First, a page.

Everything is Pacey's fault.
Pacey had just settled with the simple truth that he was incapable of doing anything right.
Pacey sat on his bed as he listened to his mother arrive home from her job as a bank teller at the First Bank of Capeside.
He let out a quiet sigh of relief. That meant he wouldn't have to suffer another beating that night as long as his mother stayed home.
He gingerly caressed his cheek again. The boy needed to find a way to cover it by the next day.
On second thought, it wasn't as if he really needed to.
Pacey had gone to school bruised and battered countless times before. He would just spout off a lie about getting into a fight or being clumsy. They would buy it instantly, never thinking twice about it. "Oh, that's just Pacey Witter for you. Always getting himself into trouble," they would say.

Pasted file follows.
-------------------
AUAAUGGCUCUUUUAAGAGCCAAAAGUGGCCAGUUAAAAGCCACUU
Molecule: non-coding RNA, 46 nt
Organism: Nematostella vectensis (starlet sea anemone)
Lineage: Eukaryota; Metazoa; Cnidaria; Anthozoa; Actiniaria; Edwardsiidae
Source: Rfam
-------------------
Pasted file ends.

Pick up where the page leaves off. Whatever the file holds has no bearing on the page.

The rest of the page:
Even if he told the truth, no one would believe him over his father anyway. John Witter was the most well-known and respected man in all of Capeside, Massachusetts. Pacey, however, was the troublesome kid in town. The one who slept with his own English teacher, then lied to the courts about it to protect her reputation. Claimed he made the whole thing up.
Yes, that gives him GREAT credibility.
In fact, only a few select people knew his affair with Miss Jacobs to be true. Dawson Leery, Josephine Potter, and Jennifer Lindley.
They all thought he had been in it for the lust. For the thrill of the chase. To his friends, he was the shallow, hormonally-charged horndog who would chase any double-x chromosome with long legs, a flat stomach, a big chest, and a short skirt.
Sure, Pacey would admit that at first, he had been in lust with the 36-year-old woman, but it became a security issue. For the first time in his life, someone wanted him. The town screw-up. He actually felt wanted.
The sensation of someone loving him was something he hadn't been ready to let go of.